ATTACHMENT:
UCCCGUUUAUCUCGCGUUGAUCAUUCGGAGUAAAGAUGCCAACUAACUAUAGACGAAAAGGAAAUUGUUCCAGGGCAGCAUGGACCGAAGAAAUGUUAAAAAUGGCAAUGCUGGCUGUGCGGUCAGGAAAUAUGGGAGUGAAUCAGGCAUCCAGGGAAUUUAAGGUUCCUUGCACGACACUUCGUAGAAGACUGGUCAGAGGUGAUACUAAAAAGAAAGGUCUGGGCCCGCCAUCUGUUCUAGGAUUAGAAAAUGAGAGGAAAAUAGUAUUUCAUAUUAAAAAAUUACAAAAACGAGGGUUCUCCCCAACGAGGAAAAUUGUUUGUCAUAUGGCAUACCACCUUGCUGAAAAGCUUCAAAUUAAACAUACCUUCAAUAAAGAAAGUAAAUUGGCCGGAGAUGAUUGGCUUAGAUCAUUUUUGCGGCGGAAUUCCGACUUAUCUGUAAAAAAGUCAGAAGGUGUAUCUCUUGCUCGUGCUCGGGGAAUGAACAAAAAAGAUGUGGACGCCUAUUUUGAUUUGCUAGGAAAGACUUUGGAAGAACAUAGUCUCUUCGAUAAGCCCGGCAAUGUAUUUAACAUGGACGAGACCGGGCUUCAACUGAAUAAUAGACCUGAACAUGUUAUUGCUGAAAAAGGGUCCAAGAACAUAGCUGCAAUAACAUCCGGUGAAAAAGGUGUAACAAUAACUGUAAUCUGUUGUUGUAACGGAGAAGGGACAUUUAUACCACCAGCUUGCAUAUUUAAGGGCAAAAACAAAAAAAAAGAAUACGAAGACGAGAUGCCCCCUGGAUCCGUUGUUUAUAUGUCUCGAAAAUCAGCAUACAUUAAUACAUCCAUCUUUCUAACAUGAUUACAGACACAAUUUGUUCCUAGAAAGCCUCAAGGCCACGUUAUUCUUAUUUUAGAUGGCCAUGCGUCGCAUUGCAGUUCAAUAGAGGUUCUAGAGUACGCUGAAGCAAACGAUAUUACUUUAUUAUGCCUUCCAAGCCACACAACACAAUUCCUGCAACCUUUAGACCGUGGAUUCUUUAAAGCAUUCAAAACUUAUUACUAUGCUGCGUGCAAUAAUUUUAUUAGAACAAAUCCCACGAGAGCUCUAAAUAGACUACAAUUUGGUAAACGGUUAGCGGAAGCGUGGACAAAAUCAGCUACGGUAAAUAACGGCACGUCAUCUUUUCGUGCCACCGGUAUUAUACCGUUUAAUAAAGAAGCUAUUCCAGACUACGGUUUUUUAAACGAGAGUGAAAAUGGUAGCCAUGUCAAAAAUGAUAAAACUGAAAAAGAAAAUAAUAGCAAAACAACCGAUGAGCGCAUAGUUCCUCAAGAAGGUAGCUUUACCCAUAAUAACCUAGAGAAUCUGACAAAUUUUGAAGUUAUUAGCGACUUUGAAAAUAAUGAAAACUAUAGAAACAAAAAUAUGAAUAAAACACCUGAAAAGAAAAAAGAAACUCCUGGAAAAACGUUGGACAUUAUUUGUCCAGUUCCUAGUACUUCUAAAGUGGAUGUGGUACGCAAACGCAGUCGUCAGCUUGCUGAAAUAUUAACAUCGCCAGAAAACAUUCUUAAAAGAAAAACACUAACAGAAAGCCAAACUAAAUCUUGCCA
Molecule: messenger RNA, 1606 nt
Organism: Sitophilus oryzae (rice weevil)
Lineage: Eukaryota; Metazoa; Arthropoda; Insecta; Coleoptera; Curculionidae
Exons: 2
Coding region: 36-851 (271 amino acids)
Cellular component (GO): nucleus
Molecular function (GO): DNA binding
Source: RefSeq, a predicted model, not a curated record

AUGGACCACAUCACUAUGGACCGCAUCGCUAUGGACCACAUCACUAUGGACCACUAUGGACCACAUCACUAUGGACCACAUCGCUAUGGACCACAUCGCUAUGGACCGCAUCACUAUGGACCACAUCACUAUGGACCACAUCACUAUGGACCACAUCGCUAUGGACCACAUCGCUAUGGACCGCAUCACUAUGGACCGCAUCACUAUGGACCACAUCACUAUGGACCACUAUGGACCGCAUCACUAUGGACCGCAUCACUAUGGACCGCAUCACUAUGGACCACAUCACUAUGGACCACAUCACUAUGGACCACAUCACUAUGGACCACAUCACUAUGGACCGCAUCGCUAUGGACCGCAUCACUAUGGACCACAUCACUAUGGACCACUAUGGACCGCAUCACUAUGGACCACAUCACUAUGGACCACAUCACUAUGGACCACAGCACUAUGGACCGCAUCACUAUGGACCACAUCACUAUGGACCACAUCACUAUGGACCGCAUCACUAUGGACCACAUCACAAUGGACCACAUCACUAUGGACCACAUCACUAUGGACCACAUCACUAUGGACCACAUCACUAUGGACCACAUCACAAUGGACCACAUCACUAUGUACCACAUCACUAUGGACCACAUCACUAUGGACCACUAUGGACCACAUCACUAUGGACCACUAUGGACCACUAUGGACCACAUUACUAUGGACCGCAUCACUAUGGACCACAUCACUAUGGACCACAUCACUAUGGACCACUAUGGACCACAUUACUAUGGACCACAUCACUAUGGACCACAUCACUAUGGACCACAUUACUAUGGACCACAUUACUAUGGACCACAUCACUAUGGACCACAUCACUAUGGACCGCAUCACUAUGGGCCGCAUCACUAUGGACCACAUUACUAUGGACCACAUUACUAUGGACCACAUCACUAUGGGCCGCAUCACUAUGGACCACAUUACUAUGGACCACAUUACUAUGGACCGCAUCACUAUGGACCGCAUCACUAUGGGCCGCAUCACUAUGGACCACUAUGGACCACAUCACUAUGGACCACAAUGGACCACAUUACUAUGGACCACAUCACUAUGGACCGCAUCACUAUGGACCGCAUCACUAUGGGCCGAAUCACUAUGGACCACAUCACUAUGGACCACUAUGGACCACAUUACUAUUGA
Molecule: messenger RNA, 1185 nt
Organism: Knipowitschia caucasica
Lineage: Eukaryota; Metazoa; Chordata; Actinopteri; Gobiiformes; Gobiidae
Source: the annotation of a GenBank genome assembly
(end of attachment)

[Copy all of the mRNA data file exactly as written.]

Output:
UCCCGUUUAUCUCGCGUUGAUCAUUCGGAGUAAAGAUGCCAACUAACUAUAGACGAAAAGGAAAUUGUUCCAGGGCAGCAUGGACCGAAGAAAUGUUAAAAAUGGCAAUGCUGGCUGUGCGGUCAGGAAAUAUGGGAGUGAAUCAGGCAUCCAGGGAAUUUAAGGUUCCUUGCACGACACUUCGUAGAAGACUGGUCAGAGGUGAUACUAAAAAGAAAGGUCUGGGCCCGCCAUCUGUUCUAGGAUUAGAAAAUGAGAGGAAAAUAGUAUUUCAUAUUAAAAAAUUACAAAAACGAGGGUUCUCCCCAACGAGGAAAAUUGUUUGUCAUAUGGCAUACCACCUUGCUGAAAAGCUUCAAAUUAAACAUACCUUCAAUAAAGAAAGUAAAUUGGCCGGAGAUGAUUGGCUUAGAUCAUUUUUGCGGCGGAAUUCCGACUUAUCUGUAAAAAAGUCAGAAGGUGUAUCUCUUGCUCGUGCUCGGGGAAUGAACAAAAAAGAUGUGGACGCCUAUUUUGAUUUGCUAGGAAAGACUUUGGAAGAACAUAGUCUCUUCGAUAAGCCCGGCAAUGUAUUUAACAUGGACGAGACCGGGCUUCAACUGAAUAAUAGACCUGAACAUGUUAUUGCUGAAAAAGGGUCCAAGAACAUAGCUGCAAUAACAUCCGGUGAAAAAGGUGUAACAAUAACUGUAAUCUGUUGUUGUAACGGAGAAGGGACAUUUAUACCACCAGCUUGCAUAUUUAAGGGCAAAAACAAAAAAAAAGAAUACGAAGACGAGAUGCCCCCUGGAUCCGUUGUUUAUAUGUCUCGAAAAUCAGCAUACAUUAAUACAUCCAUCUUUCUAACAUGAUUACAGACACAAUUUGUUCCUAGAAAGCCUCAAGGCCACGUUAUUCUUAUUUUAGAUGGCCAUGCGUCGCAUUGCAGUUCAAUAGAGGUUCUAGAGUACGCUGAAGCAAACGAUAUUACUUUAUUAUGCCUUCCAAGCCACACAACACAAUUCCUGCAACCUUUAGACCGUGGAUUCUUUAAAGCAUUCAAAACUUAUUACUAUGCUGCGUGCAAUAAUUUUAUUAGAACAAAUCCCACGAGAGCUCUAAAUAGACUACAAUUUGGUAAACGGUUAGCGGAAGCGUGGACAAAAUCAGCUACGGUAAAUAACGGCACGUCAUCUUUUCGUGCCACCGGUAUUAUACCGUUUAAUAAAGAAGCUAUUCCAGACUACGGUUUUUUAAACGAGAGUGAAAAUGGUAGCCAUGUCAAAAAUGAUAAAACUGAAAAAGAAAAUAAUAGCAAAACAACCGAUGAGCGCAUAGUUCCUCAAGAAGGUAGCUUUACCCAUAAUAACCUAGAGAAUCUGACAAAUUUUGAAGUUAUUAGCGACUUUGAAAAUAAUGAAAACUAUAGAAACAAAAAUAUGAAUAAAACACCUGAAAAGAAAAAAGAAACUCCUGGAAAAACGUUGGACAUUAUUUGUCCAGUUCCUAGUACUUCUAAAGUGGAUGUGGUACGCAAACGCAGUCGUCAGCUUGCUGAAAUAUUAACAUCGCCAGAAAACAUUCUUAAAAGAAAAACACUAACAGAAAGCCAAACUAAAUCUUGCCA
Molecule: messenger RNA, 1606 nt
Organism: Sitophilus oryzae (rice weevil)
Lineage: Eukaryota; Metazoa; Arthropoda; Insecta; Coleoptera; Curculionidae
Exons: 2
Coding region: 36-851 (271 amino acids)
Cellular component (GO): nucleus
Molecular function (GO): DNA binding
Source: RefSeq, a predicted model, not a curated record

AUGGACCACAUCACUAUGGACCGCAUCGCUAUGGACCACAUCACUAUGGACCACUAUGGACCACAUCACUAUGGACCACAUCGCUAUGGACCACAUCGCUAUGGACCGCAUCACUAUGGACCACAUCACUAUGGACCACAUCACUAUGGACCACAUCGCUAUGGACCACAUCGCUAUGGACCGCAUCACUAUGGACCGCAUCACUAUGGACCACAUCACUAUGGACCACUAUGGACCGCAUCACUAUGGACCGCAUCACUAUGGACCGCAUCACUAUGGACCACAUCACUAUGGACCACAUCACUAUGGACCACAUCACUAUGGACCACAUCACUAUGGACCGCAUCGCUAUGGACCGCAUCACUAUGGACCACAUCACUAUGGACCACUAUGGACCGCAUCACUAUGGACCACAUCACUAUGGACCACAUCACUAUGGACCACAGCACUAUGGACCGCAUCACUAUGGACCACAUCACUAUGGACCACAUCACUAUGGACCGCAUCACUAUGGACCACAUCACAAUGGACCACAUCACUAUGGACCACAUCACUAUGGACCACAUCACUAUGGACCACAUCACUAUGGACCACAUCACAAUGGACCACAUCACUAUGUACCACAUCACUAUGGACCACAUCACUAUGGACCACUAUGGACCACAUCACUAUGGACCACUAUGGACCACUAUGGACCACAUUACUAUGGACCGCAUCACUAUGGACCACAUCACUAUGGACCACAUCACUAUGGACCACUAUGGACCACAUUACUAUGGACCACAUCACUAUGGACCACAUCACUAUGGACCACAUUACUAUGGACCACAUUACUAUGGACCACAUCACUAUGGACCACAUCACUAUGGACCGCAUCACUAUGGGCCGCAUCACUAUGGACCACAUUACUAUGGACCACAUUACUAUGGACCACAUCACUAUGGGCCGCAUCACUAUGGACCACAUUACUAUGGACCACAUUACUAUGGACCGCAUCACUAUGGACCGCAUCACUAUGGGCCGCAUCACUAUGGACCACUAUGGACCACAUCACUAUGGACCACAAUGGACCACAUUACUAUGGACCACAUCACUAUGGACCGCAUCACUAUGGACCGCAUCACUAUGGGCCGAAUCACUAUGGACCACAUCACUAUGGACCACUAUGGACCACAUUACUAUUGA
Molecule: messenger RNA, 1185 nt
Organism: Knipowitschia caucasica
Lineage: Eukaryota; Metazoa; Chordata; Actinopteri; Gobiiformes; Gobiidae
Source: the annotation of a GenBank genome assembly